Flowing 700 miles east across the Tibetan Plateau, the Tsangpo (called the Yarlung in Chinese) drains the north slope of the Himalayas before plunging into the gorge. Here it flows between two massive 23,000 foot-plus peaks, Namcha Barwa and Gyala Pelri, before hanging a sharp right and diving south through a corridor of almost vertical rock, eventually emerging onto the jungled plains of India as the Brahmaputra. From the plateau, the river loses 9,000 feet of altitude in 150 miles.
In February 2002, Scott Lindgren and six colleagues, powered their kayaks into a maelstrom of enormous boulders and deafening whitewater.
The Tsangpo was at its deep-winter low ebb. Still, the kayakers immediately felt the power of the biggest, most continuously fearsome water they had ever paddled—15,000 cubic feet per second, dropping 100 to 200 feet per mile in some sections.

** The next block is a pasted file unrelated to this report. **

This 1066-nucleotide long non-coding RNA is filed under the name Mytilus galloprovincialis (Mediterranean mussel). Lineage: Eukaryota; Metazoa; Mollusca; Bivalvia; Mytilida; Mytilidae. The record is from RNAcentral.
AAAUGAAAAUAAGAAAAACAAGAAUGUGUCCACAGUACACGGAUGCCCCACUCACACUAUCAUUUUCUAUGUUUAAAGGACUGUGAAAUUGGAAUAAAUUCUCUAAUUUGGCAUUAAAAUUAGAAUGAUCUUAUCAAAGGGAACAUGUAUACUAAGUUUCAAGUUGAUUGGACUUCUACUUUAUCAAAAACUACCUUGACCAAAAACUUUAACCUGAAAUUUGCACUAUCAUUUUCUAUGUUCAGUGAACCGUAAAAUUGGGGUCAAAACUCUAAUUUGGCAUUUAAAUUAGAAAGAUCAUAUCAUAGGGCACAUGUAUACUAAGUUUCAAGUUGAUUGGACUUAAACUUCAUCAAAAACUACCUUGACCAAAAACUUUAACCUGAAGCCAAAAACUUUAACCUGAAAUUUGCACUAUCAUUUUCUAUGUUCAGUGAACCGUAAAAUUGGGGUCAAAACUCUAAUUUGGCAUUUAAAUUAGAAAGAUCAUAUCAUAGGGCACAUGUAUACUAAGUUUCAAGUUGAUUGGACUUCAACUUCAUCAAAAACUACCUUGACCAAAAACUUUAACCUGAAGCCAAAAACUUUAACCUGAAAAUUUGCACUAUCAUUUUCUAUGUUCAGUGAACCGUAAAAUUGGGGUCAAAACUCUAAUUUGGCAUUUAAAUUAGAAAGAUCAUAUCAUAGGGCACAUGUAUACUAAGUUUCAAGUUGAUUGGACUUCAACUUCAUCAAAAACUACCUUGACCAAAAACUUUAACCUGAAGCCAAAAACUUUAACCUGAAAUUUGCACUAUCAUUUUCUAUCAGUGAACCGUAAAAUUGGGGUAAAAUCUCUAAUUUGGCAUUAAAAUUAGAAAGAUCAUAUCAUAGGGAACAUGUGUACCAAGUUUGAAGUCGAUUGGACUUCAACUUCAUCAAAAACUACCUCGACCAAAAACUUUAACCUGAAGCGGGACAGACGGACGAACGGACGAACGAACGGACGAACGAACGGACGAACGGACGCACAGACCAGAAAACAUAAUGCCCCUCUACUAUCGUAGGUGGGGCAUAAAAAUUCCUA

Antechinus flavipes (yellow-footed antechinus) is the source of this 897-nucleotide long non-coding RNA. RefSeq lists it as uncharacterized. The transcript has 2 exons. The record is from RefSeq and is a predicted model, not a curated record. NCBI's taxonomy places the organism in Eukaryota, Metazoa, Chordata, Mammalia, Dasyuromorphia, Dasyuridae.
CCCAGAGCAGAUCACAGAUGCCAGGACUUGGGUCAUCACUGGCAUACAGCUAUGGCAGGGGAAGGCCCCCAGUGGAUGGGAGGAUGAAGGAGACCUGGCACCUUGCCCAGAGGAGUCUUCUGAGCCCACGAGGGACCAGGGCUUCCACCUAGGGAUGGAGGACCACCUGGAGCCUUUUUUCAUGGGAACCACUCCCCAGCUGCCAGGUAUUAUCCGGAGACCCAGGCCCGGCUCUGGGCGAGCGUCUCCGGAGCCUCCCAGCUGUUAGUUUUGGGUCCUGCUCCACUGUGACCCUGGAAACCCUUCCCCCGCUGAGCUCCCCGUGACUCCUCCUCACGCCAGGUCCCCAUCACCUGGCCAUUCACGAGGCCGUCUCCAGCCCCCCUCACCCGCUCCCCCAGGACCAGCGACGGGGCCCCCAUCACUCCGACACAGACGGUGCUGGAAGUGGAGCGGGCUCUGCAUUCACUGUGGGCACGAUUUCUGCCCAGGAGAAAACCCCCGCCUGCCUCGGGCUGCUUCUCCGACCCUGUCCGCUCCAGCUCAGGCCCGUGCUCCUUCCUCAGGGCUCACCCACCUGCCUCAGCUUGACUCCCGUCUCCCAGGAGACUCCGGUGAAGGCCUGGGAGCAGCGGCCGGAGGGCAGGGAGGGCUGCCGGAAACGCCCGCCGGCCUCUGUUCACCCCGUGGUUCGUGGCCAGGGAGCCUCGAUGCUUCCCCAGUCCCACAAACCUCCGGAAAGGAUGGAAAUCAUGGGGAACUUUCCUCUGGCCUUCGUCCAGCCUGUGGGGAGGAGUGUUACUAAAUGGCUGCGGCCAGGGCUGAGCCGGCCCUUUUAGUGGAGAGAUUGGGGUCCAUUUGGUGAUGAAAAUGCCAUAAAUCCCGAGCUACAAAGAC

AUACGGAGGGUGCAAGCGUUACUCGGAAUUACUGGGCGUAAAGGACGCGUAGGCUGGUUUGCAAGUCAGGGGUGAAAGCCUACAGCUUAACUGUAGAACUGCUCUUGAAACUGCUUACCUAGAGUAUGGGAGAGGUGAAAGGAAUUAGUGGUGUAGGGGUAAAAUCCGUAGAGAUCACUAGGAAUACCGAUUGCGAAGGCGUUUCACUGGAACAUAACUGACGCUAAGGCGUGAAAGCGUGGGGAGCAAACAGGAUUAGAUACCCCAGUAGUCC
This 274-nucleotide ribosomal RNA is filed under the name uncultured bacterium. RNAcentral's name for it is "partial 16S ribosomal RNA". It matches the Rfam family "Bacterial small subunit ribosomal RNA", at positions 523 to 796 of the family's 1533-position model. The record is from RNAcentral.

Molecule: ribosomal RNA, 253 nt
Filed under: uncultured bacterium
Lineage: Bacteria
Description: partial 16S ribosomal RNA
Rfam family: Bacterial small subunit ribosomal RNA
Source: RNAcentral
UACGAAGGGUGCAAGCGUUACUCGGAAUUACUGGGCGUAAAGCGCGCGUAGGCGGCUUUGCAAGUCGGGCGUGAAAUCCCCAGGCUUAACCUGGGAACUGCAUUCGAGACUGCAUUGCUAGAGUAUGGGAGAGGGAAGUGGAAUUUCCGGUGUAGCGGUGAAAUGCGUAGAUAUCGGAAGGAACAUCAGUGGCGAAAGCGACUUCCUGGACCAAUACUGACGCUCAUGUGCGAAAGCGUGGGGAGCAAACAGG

Fourteen days after launch, when the seven kayakers eddied out just above the unrunnable torrents of Rainbow Falls, they had made history.
Extreme kayakers have developed new techniques to control their descents over massive falls. Boaters tuck forward like high divers, laying flat across the bow and angling their boats nose first, which reduces the surface area hitting the water and softens the impact. Some even attach fins to the back of the boats so that they drop straight down, like a dart. The most common injury, kayakers say, is a broken nose.
Sturdier equipment has spurred advances in the sport. Brittle fiberglass kayaks have been replaced by tougher, molded plastic boats that can absorb big impacts. Unlike their cigar-shaped predecessors, newer kayaks have flat bottoms like surf boards, allowing boaters to skip off crests of waves and bounce off rocks in a move kayakers call a “boof.”
It all sounds possible – but as you will see in the video below from EditorJud this is a terrifying and extreme journey that some will not come back from – in the video which was released earlier this year the story of Doug Gordon who was killed kayaking on the Tsangpo is retold. With respect.